Downing is cleared of cemetery murder, 28 years late

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The Independent Online

Britian's longest-running miscarriage of justice was finally laid to rest when Stephen Downing, who protested his innocence for 28 years, had his conviction for murder quashed by the Court of Appeal.

Mr Downing, who could receive compensation of up to £2m for his wrongful incarceration, was jubilant after three judges ruled his conviction for the 1973 murder of Wendy Sewell, an office worker, was unsafe.

But the celebrations were slightly marred by the decision of Lord Justice Pill, Mrs Justice Hallett and Mr Justice Davis to describe the case as "bizarre" and make references to an earlier confession by Mr Downing – later withdrawn – that he had sexually assaulted the victim after finding her alive.

The judges fell short of declaring him innocent in a judgment seen by his supporters as disappointing, particularly given that he had served 10 years longer than the usual tariff for murder because of his refusal to admit guilt.

Outside the High Court in London, Mr Downing, now 45, declined to comment on the less than wholehearted support of the judges, saying only: "I'm overjoyed. I just want to thank everyone who helped me." Asked how he felt towards Derbyshire police, whose officers helped to convict him, he replied: "I have nothing against them at all. It is a completely different force now. I just want to put this behind me. Right now I don't have any plans."

Mr Downing was convicted of Mrs Sewell's murder in 1974. She died aged 32 two days after being attacked in a cemetery in Bakewell, Derbyshire, where Mr Downing worked as a gardener. Then a 17-year-old with a mental age of 11, he discovered Mrs Sewell, her head badly beaten but she was still alive.

He initially confessed to the murder after lengthy interrogation by police. Norman Lee, a Home Office forensic scientist, said at his trial that bloodstains on Mr Downing's clothing were consistent only with him attacking her.

But yesterday Julian Bevan QC, counsel for the Crown, agreed with Edward Fitzgerald QC, for Mr Downing, that the two prosecution grounds on which he was convicted had been "gravely undermined" by new evidence.

First, Mr Fitzgerald said, his confession should have been ruled inadmissible, because he was neither cautioned nor given access to a solicitor during eight hours of interrogation. That led to him being released on bail last year.

Second, two forensic scientists had criticised the original evidence from Mr Lee, saying bloodstains on Mr Downing's clothing could have been consistent with him finding her and being sprayed with droplets of blood, either from her hair or her breath.

Mr Bevan described the failure to caution Mr Downing or inform him of his rights as breaches of the Judges' Rules on interrogating suspects. "Being substantial and significant [breaches], it would appear that there was a ground for [defence] counsel to make a submission at the trial that the confessions, both oral and written, were inadmissible." Why the original defence counsel, the late Dennis Barker QC, chose not to do so is unclear.

Mr Fitzgerald said up-to-date knowledge of blood spattering showed Mr Lee was wrong to say the only way Mr Downing could have been bloodstained in that way was by committing the attack. He said the two scientists had "criticised both [Mr Lee's] methodology and conclusions that one could rule out any alternative explanation" .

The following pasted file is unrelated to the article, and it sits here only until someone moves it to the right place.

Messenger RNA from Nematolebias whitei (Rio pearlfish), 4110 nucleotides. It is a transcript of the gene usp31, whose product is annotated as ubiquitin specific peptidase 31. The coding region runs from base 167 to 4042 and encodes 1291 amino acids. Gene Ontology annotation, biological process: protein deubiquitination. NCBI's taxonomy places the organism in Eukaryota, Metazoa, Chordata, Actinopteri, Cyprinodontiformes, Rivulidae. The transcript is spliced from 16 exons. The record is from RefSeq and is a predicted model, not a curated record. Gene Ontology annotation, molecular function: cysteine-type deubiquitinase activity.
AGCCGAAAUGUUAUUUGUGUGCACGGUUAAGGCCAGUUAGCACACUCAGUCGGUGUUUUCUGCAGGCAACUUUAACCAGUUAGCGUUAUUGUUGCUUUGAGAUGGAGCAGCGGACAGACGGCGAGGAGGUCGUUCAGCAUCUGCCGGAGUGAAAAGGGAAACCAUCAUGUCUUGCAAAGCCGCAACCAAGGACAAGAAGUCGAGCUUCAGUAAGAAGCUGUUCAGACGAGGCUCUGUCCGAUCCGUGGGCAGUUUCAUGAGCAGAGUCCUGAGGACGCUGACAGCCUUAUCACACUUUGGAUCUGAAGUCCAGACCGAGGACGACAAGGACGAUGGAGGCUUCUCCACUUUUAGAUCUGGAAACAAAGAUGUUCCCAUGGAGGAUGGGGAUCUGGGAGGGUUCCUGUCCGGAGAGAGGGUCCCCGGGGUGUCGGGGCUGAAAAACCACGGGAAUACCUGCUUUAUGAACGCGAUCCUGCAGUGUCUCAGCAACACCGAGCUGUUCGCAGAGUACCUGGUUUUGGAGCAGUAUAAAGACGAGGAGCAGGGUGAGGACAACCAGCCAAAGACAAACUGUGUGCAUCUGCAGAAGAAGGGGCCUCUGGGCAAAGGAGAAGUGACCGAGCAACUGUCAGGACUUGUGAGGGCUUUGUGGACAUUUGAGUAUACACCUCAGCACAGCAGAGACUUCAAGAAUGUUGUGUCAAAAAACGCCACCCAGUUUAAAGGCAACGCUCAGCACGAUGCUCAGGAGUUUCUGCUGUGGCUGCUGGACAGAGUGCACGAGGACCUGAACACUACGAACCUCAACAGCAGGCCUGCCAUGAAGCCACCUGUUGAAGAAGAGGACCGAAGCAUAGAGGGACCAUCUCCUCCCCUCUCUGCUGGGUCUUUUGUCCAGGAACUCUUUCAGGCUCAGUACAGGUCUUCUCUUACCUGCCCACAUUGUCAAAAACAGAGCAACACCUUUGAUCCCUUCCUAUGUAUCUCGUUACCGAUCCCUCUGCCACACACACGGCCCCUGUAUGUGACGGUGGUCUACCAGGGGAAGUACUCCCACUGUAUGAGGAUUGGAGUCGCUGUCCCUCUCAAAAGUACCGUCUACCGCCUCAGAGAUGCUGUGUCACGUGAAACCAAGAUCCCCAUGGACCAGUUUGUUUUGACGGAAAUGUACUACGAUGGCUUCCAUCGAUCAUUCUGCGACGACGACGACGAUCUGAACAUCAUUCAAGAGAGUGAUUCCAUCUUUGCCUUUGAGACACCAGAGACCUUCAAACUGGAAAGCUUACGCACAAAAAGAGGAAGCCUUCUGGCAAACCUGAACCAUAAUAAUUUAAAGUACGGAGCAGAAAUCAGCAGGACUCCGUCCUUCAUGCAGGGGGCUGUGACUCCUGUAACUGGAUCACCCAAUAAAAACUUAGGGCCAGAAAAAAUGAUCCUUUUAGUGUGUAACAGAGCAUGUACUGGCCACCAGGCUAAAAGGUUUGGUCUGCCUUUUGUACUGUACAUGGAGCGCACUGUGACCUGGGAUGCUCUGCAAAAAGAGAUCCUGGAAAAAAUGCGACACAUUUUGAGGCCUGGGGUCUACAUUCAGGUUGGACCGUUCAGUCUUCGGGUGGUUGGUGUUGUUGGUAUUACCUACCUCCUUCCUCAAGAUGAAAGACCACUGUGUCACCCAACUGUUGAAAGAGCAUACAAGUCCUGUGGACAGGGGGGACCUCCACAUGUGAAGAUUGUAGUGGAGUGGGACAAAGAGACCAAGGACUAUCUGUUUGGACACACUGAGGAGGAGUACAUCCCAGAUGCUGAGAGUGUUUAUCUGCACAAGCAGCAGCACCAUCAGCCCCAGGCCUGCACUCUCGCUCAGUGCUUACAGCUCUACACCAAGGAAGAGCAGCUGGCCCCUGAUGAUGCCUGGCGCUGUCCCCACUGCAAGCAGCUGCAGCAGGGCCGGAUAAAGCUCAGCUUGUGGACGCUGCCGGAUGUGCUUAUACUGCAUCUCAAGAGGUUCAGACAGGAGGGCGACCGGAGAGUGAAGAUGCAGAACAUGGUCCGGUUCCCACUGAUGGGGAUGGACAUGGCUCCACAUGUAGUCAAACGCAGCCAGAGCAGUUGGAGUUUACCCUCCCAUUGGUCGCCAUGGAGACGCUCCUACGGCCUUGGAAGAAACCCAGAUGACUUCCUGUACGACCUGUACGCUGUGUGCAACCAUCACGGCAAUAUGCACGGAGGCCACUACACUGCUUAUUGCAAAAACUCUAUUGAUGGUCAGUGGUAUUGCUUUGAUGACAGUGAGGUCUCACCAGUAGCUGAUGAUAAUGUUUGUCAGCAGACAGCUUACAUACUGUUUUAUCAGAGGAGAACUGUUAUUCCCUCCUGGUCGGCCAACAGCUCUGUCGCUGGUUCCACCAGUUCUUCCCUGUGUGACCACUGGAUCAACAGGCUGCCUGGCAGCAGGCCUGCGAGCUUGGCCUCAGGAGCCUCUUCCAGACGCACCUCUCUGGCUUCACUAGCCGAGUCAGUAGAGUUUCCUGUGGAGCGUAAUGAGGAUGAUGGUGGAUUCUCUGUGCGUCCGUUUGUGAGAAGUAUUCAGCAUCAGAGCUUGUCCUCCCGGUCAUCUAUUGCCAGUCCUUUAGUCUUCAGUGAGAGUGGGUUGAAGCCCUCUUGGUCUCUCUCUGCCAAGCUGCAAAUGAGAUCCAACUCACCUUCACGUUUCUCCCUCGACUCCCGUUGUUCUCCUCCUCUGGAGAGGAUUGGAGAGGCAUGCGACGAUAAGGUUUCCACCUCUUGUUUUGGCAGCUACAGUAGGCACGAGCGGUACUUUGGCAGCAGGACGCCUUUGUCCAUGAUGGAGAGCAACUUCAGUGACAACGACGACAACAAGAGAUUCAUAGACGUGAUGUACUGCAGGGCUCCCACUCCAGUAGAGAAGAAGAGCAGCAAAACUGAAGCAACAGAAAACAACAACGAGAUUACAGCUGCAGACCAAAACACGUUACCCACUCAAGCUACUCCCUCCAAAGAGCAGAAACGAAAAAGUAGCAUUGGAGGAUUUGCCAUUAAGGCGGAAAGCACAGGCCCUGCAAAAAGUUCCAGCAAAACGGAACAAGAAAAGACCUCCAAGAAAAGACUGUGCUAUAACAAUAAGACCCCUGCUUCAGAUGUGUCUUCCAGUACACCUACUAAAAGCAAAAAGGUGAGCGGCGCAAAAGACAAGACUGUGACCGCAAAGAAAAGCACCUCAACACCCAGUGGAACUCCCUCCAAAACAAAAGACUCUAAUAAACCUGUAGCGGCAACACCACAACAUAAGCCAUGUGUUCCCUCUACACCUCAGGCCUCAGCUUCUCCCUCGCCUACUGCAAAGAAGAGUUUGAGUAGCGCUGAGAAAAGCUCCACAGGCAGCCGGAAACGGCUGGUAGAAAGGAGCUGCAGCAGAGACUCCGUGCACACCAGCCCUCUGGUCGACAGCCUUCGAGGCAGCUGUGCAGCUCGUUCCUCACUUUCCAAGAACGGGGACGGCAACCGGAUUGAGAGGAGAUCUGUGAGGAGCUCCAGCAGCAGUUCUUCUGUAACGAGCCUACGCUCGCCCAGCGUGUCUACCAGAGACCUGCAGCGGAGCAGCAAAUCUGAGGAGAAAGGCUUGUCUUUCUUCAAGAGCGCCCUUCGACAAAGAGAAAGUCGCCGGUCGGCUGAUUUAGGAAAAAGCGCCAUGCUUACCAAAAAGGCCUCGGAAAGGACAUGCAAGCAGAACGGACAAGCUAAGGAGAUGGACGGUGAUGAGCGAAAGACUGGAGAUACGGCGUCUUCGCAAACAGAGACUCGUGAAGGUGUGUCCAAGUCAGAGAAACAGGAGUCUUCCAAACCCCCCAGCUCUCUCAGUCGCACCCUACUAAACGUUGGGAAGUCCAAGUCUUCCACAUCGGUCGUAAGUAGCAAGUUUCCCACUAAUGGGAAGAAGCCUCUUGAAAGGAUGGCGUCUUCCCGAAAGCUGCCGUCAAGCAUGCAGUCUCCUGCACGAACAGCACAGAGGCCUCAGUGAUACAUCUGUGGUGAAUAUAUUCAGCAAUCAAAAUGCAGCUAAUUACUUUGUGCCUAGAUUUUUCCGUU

Yesterday, Lord Justice Pell said it was not for the judges to consider how a trial might have proceeded had the jury been aware Mr Downing's confessions – one written, one oral – had been improperly extracted.

"The safety of this conviction relies on the reliability of the confessions made in 1973," he said. "The court cannot be sure the confessions are reliable. It follows that the conviction is unsafe. The conviction is quashed."

The ruling is a victory for Don Hale, the former editor of The Matlock Mercury. Mr Hale has been investigating the case for more than six years, gathering fresh witness statements and highlighting forensic flaws that, he believes, point to the murder having been committed by someone else. After the hearing, he said he had been in touch with Tony Blair and would be calling for a public inquiry into the murder case. "I am delighted we have got the conviction quashed, but I feel it could have been more positive," he said. "Much of the evidence was not considered by the appeal, so although they found the original conviction unsafe, that evidence proves he is 100 per cent innocent. I would like the investigation to be reopened, but not by Derbyshire police. I would like to see another force involved." Derbyshire police said they would carefully examine the judgment before making a decision.

Mr Hale has found witnesses who say they saw Mrs Sewell alive after Mr Downing had left the cemetery to go home for lunch. It has also been established that blood on his trousers had already begun to clot before he knelt in it.

One alternative theory for the murder relates to Mrs Sewell's alleged promiscuity. She had a number of lovers in the area – which led to her being cruelly named the Bakewell Tart – and some people believe one might have become jealous of the others.

Her widower, David, has expressed sadness at his wife's treatment in some newspapers. "I think her memory deserves better," he said last year after Mr Downing was released on bail.

For the past 12 months, while awaiting his appeal hearing, Mr Downing has been living with his parents, Ray and Juanita, and sister, Christine, in their home in Bakewell. He has been training in a local restaurant as a sous chef.

After yesterday's result, Mr Downing senior said: "It has been a long, long road but we got there in the end. I never doubted Stephen's innocence for a moment. Now we can just get on with our lives."